I Can Show You Better Than I Can Tell You

horse reins, two cellos

3 minutes 27 seconds

2018

I am interested in using the body as an instrument or tool of research to gain insights into our haptic capabilities and how they play a major role in our understanding of self. This work brings to light the ways we communicate with one another through visual reaction, physical reciprocity, and audible instigations. This act of reciprocity is the basis of a conversation. 

 

The right hand that holds the bow is connected to the reins that are held by the other cello player, and the left-hand holds the rein that is attached to the other cello player’s bow hand. So, the movement of each bow triggers a response from the other cello. This poetic notion of give and take offers an understanding of the bodily ways of knowing and the necessity of reciprocity within communication.

Side B: No Oultet

record player, record, salt, recorded audio

1 minute

2018

Watching the landscape pass by from the passenger seat of a car reminds me of the rhythms and tempos that are found in musical compositions. Each fence post a metronome tick, each dashed yellow line a beat in a measure, physical objects and signs demarcating time and space just like musical notations define time and tone.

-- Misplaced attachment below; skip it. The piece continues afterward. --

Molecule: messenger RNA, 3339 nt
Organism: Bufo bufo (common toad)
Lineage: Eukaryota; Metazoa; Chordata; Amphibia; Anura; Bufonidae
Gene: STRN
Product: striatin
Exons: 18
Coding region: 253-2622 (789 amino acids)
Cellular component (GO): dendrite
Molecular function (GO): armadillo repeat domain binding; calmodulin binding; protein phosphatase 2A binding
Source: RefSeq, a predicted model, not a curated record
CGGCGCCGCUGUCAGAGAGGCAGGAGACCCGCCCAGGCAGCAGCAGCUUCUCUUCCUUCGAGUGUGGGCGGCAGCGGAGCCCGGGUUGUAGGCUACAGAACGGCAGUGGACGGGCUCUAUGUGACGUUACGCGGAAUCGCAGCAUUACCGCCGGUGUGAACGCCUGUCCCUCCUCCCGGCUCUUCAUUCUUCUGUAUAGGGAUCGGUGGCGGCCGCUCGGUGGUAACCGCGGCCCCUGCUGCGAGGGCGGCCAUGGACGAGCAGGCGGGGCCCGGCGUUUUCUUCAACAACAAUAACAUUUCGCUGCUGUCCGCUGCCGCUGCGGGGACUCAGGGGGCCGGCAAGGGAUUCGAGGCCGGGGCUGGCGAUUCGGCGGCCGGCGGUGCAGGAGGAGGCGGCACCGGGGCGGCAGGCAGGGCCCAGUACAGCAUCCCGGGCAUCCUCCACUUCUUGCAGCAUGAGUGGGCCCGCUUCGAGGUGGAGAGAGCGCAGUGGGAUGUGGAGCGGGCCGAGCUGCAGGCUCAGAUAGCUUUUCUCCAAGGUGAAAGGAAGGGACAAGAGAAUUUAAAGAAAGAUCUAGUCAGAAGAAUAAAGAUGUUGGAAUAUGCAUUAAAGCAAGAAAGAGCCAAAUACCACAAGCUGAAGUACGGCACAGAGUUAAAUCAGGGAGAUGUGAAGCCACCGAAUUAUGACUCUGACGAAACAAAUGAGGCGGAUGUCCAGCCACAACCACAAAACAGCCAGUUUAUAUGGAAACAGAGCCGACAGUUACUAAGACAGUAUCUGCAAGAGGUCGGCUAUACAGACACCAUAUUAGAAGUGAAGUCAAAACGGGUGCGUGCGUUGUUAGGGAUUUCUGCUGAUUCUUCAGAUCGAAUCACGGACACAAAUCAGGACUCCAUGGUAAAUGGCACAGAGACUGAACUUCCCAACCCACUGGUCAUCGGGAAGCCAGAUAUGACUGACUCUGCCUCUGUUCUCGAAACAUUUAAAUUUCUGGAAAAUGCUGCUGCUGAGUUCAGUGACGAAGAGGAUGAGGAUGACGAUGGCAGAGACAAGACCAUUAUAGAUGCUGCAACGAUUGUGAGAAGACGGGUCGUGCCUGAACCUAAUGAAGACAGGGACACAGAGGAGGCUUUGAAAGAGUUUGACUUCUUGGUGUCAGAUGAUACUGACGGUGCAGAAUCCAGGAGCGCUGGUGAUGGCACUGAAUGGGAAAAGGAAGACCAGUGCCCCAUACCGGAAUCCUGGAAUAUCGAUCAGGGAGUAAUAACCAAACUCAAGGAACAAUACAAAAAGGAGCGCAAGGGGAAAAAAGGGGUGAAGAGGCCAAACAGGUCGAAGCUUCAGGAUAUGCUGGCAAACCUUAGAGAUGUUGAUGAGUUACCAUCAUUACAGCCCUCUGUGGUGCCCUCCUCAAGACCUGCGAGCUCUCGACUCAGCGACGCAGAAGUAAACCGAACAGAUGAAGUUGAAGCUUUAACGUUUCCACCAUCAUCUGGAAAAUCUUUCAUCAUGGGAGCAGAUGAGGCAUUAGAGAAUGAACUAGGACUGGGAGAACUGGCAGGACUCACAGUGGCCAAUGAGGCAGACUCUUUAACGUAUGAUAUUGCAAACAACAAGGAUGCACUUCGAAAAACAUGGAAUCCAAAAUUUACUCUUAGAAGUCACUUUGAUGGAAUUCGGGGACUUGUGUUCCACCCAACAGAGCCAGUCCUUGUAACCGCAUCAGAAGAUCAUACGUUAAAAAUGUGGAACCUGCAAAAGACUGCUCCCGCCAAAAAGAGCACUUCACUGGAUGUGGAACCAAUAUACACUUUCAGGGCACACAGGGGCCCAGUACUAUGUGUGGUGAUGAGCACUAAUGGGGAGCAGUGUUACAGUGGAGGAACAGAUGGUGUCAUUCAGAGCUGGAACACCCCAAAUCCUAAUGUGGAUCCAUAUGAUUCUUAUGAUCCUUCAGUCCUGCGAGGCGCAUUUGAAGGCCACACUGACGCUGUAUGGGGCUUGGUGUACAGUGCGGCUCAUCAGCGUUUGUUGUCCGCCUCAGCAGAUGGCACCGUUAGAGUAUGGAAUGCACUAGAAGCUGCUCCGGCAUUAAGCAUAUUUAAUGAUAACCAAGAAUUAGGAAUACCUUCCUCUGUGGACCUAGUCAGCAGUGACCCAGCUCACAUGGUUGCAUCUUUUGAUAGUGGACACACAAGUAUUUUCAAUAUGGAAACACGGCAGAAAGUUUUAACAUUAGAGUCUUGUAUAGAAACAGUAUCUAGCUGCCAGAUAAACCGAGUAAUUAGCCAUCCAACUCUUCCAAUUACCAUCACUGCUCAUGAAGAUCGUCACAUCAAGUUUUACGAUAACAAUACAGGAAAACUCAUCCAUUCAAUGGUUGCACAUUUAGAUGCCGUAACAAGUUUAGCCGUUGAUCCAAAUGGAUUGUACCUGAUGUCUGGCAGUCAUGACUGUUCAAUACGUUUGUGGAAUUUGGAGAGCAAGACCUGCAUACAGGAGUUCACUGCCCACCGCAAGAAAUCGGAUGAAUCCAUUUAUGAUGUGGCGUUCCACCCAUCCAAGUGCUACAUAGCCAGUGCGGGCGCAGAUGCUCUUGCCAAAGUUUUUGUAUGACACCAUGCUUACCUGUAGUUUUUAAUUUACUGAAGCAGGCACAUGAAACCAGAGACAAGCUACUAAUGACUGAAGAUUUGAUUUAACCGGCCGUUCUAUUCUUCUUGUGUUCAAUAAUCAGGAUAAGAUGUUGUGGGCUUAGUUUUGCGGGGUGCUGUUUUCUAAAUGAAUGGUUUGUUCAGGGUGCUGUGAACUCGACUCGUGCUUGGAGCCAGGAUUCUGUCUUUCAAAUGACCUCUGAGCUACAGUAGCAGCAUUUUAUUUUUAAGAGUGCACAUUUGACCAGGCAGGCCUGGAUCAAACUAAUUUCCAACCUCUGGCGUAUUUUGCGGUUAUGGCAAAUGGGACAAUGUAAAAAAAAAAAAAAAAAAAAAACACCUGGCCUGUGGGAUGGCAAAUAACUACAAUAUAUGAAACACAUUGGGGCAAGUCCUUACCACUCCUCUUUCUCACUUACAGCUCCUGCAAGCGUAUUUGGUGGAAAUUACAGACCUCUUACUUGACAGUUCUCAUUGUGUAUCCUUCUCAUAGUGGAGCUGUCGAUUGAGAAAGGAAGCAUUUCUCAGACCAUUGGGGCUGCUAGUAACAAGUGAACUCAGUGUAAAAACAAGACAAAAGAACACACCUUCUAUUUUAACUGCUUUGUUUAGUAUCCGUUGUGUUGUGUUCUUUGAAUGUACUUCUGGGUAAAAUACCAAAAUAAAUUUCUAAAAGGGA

In Side B: No Outlet, I am interested in comparing the ideologies and theories of music with the structure of agriculture and land use. As the needle is set on the record covered with black rock salt, the sound of a car driving over a gravel road begins to sound. The picture of the needle physically bounding across the vinyl emulates the jumbled sounds of bumpy gravel road. 

Lines & Borders

stop motion and auido

5 minutes 50 seconds

2019

Watching the landscape pass by from the passenger seat of a car reminds me of the rhythms and tempos that are found in musical compositions. Each fence post a metronome tick, each dashed yellow line a beat in a measure, physical objects and signs demarcating time and space just like musical notations define time and tone. 

In the stop motion short, Lines & Borders, I am interested in the visual relationship between barbed wire fences stretching across the landscape and the empty piano stave, five lines in each. I repeat a blank piano stave over and over in order to give the feeling of a moving fence line coming in and out of focus. 

Looking Through The Frame

iphone videos from a car window, audio recording from The Tank: Center for the Sonic Arts

6 min

2019

Watching the landscape pass by from the passenger seat of a car reminds me of the rhythms and tempos that are found in musical compositions. Each fence post a metronome tick, each dashed yellow line a beat in a measure, physical objects and signs demarcating time and space just like musical notations define time and tone. 

In this six-minute video, there is a split-screen comprised of iPhone videos taken out of the passenger seat of a 15 passenger van, one on each side of the van. As the landscape passes by along with the highway, and traffic, a rhythm begins to be composed; a beat of cars, horizon lines, and painted asphalt. The most common way that humans view the landscape is from the seat of a car. If you look hard enough, you can hear the movement of the tires across the road, the woosh of cars passing by, and add it to the steadily passing mise en scene. 

© 2018